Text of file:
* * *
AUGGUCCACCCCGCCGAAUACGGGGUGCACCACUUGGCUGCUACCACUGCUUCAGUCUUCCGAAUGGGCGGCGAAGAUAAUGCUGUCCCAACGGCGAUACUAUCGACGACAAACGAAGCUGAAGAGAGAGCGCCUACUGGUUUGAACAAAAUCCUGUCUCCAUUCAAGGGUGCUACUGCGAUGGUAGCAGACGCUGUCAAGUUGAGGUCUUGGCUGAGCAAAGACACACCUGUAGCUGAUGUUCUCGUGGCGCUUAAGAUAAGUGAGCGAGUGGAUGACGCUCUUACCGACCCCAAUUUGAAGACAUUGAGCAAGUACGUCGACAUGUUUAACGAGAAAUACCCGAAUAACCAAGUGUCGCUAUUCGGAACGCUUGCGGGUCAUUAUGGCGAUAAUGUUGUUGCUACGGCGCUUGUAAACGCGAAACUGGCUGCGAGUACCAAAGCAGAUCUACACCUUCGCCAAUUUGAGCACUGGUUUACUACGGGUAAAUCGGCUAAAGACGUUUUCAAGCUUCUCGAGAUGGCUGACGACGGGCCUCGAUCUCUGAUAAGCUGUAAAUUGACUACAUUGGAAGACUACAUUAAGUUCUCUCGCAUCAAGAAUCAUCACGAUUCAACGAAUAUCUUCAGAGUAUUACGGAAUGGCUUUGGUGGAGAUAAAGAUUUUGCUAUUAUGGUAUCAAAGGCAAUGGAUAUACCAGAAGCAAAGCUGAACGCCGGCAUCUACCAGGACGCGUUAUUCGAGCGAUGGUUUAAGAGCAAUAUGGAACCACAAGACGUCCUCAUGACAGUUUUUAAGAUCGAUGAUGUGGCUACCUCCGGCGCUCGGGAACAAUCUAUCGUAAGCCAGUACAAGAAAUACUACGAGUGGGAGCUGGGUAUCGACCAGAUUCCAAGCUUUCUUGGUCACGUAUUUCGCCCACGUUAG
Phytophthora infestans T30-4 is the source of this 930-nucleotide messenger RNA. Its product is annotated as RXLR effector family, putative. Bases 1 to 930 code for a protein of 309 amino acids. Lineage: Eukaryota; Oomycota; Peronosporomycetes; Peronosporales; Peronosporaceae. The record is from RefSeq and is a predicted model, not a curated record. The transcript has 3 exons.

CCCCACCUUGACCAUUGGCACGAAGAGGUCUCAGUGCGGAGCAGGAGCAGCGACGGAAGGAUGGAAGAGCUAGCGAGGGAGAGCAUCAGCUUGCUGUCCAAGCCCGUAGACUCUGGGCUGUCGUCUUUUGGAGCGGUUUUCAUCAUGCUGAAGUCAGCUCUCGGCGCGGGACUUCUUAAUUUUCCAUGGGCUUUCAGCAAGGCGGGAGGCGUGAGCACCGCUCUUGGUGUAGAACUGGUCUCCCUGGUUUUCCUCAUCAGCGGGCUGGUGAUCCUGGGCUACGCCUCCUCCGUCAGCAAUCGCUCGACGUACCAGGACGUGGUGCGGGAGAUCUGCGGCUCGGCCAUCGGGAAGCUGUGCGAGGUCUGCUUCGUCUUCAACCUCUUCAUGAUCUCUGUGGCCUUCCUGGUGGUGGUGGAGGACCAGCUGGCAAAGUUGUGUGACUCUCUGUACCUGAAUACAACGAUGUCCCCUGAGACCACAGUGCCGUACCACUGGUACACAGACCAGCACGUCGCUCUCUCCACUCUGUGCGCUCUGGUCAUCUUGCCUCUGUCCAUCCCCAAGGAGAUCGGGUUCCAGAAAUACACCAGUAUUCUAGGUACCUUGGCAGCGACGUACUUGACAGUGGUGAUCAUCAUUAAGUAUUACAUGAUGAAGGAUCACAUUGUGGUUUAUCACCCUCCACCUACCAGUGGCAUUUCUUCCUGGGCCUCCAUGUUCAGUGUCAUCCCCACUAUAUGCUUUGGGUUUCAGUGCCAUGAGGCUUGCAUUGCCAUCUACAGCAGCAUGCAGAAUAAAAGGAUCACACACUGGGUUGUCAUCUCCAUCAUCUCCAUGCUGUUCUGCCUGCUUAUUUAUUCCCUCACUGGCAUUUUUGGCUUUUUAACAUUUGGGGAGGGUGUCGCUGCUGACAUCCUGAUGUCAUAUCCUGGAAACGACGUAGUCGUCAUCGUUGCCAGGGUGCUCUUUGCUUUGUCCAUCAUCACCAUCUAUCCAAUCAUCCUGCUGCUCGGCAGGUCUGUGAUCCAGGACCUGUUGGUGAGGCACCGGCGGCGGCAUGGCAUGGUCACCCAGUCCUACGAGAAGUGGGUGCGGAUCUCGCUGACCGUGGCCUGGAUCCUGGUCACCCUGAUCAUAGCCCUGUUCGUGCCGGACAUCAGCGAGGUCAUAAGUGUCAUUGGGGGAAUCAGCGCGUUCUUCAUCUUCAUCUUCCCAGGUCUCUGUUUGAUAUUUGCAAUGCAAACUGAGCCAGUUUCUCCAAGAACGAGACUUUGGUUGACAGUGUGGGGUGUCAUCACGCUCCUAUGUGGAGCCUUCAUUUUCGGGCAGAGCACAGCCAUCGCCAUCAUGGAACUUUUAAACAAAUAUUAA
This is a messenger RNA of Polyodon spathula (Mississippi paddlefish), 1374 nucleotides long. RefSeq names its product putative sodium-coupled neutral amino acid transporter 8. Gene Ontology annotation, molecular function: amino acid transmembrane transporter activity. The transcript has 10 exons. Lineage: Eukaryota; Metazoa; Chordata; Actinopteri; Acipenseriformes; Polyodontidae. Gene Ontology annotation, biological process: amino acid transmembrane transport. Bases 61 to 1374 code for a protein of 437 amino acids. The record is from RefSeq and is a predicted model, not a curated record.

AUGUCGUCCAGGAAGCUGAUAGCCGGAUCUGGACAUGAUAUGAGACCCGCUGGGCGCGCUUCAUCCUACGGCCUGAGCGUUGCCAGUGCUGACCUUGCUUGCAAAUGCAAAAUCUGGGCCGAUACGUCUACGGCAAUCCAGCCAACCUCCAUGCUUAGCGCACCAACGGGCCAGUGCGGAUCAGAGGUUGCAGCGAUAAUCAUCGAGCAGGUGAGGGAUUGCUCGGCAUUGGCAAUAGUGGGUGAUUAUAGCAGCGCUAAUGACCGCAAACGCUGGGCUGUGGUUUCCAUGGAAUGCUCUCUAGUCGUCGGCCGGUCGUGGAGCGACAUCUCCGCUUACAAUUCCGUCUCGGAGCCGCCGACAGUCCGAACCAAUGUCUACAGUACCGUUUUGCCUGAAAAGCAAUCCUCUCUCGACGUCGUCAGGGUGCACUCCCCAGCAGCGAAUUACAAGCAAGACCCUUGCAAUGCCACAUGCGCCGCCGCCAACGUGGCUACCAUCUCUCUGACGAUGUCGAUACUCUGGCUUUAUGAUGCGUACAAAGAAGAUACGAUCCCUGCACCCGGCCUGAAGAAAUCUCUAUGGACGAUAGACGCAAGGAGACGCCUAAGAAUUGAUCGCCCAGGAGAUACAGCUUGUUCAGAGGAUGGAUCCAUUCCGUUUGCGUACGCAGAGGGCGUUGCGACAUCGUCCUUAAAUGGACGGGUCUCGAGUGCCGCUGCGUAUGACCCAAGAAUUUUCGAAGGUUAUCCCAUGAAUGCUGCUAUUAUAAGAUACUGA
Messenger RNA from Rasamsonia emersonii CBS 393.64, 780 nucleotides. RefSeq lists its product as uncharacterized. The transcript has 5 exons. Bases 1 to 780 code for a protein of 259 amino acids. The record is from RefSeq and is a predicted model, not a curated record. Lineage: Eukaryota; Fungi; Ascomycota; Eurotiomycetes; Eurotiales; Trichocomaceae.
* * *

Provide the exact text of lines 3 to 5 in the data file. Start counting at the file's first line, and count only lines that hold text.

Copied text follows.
CCCCACCUUGACCAUUGGCACGAAGAGGUCUCAGUGCGGAGCAGGAGCAGCGACGGAAGGAUGGAAGAGCUAGCGAGGGAGAGCAUCAGCUUGCUGUCCAAGCCCGUAGACUCUGGGCUGUCGUCUUUUGGAGCGGUUUUCAUCAUGCUGAAGUCAGCUCUCGGCGCGGGACUUCUUAAUUUUCCAUGGGCUUUCAGCAAGGCGGGAGGCGUGAGCACCGCUCUUGGUGUAGAACUGGUCUCCCUGGUUUUCCUCAUCAGCGGGCUGGUGAUCCUGGGCUACGCCUCCUCCGUCAGCAAUCGCUCGACGUACCAGGACGUGGUGCGGGAGAUCUGCGGCUCGGCCAUCGGGAAGCUGUGCGAGGUCUGCUUCGUCUUCAACCUCUUCAUGAUCUCUGUGGCCUUCCUGGUGGUGGUGGAGGACCAGCUGGCAAAGUUGUGUGACUCUCUGUACCUGAAUACAACGAUGUCCCCUGAGACCACAGUGCCGUACCACUGGUACACAGACCAGCACGUCGCUCUCUCCACUCUGUGCGCUCUGGUCAUCUUGCCUCUGUCCAUCCCCAAGGAGAUCGGGUUCCAGAAAUACACCAGUAUUCUAGGUACCUUGGCAGCGACGUACUUGACAGUGGUGAUCAUCAUUAAGUAUUACAUGAUGAAGGAUCACAUUGUGGUUUAUCACCCUCCACCUACCAGUGGCAUUUCUUCCUGGGCCUCCAUGUUCAGUGUCAUCCCCACUAUAUGCUUUGGGUUUCAGUGCCAUGAGGCUUGCAUUGCCAUCUACAGCAGCAUGCAGAAUAAAAGGAUCACACACUGGGUUGUCAUCUCCAUCAUCUCCAUGCUGUUCUGCCUGCUUAUUUAUUCCCUCACUGGCAUUUUUGGCUUUUUAACAUUUGGGGAGGGUGUCGCUGCUGACAUCCUGAUGUCAUAUCCUGGAAACGACGUAGUCGUCAUCGUUGCCAGGGUGCUCUUUGCUUUGUCCAUCAUCACCAUCUAUCCAAUCAUCCUGCUGCUCGGCAGGUCUGUGAUCCAGGACCUGUUGGUGAGGCACCGGCGGCGGCAUGGCAUGGUCACCCAGUCCUACGAGAAGUGGGUGCGGAUCUCGCUGACCGUGGCCUGGAUCCUGGUCACCCUGAUCAUAGCCCUGUUCGUGCCGGACAUCAGCGAGGUCAUAAGUGUCAUUGGGGGAAUCAGCGCGUUCUUCAUCUUCAUCUUCCCAGGUCUCUGUUUGAUAUUUGCAAUGCAAACUGAGCCAGUUUCUCCAAGAACGAGACUUUGGUUGACAGUGUGGGGUGUCAUCACGCUCCUAUGUGGAGCCUUCAUUUUCGGGCAGAGCACAGCCAUCGCCAUCAUGGAACUUUUAAACAAAUAUUAA
This is a messenger RNA of Polyodon spathula (Mississippi paddlefish), 1374 nucleotides long. RefSeq names its product putative sodium-coupled neutral amino acid transporter 8. Gene Ontology annotation, molecular function: amino acid transmembrane transporter activity. The transcript has 10 exons. Lineage: Eukaryota; Metazoa; Chordata; Actinopteri; Acipenseriformes; Polyodontidae. Gene Ontology annotation, biological process: amino acid transmembrane transport. Bases 61 to 1374 code for a protein of 437 amino acids. The record is from RefSeq and is a predicted model, not a curated record.

AUGUCGUCCAGGAAGCUGAUAGCCGGAUCUGGACAUGAUAUGAGACCCGCUGGGCGCGCUUCAUCCUACGGCCUGAGCGUUGCCAGUGCUGACCUUGCUUGCAAAUGCAAAAUCUGGGCCGAUACGUCUACGGCAAUCCAGCCAACCUCCAUGCUUAGCGCACCAACGGGCCAGUGCGGAUCAGAGGUUGCAGCGAUAAUCAUCGAGCAGGUGAGGGAUUGCUCGGCAUUGGCAAUAGUGGGUGAUUAUAGCAGCGCUAAUGACCGCAAACGCUGGGCUGUGGUUUCCAUGGAAUGCUCUCUAGUCGUCGGCCGGUCGUGGAGCGACAUCUCCGCUUACAAUUCCGUCUCGGAGCCGCCGACAGUCCGAACCAAUGUCUACAGUACCGUUUUGCCUGAAAAGCAAUCCUCUCUCGACGUCGUCAGGGUGCACUCCCCAGCAGCGAAUUACAAGCAAGACCCUUGCAAUGCCACAUGCGCCGCCGCCAACGUGGCUACCAUCUCUCUGACGAUGUCGAUACUCUGGCUUUAUGAUGCGUACAAAGAAGAUACGAUCCCUGCACCCGGCCUGAAGAAAUCUCUAUGGACGAUAGACGCAAGGAGACGCCUAAGAAUUGAUCGCCCAGGAGAUACAGCUUGUUCAGAGGAUGGAUCCAUUCCGUUUGCGUACGCAGAGGGCGUUGCGACAUCGUCCUUAAAUGGACGGGUCUCGAGUGCCGCUGCGUAUGACCCAAGAAUUUUCGAAGGUUAUCCCAUGAAUGCUGCUAUUAUAAGAUACUGA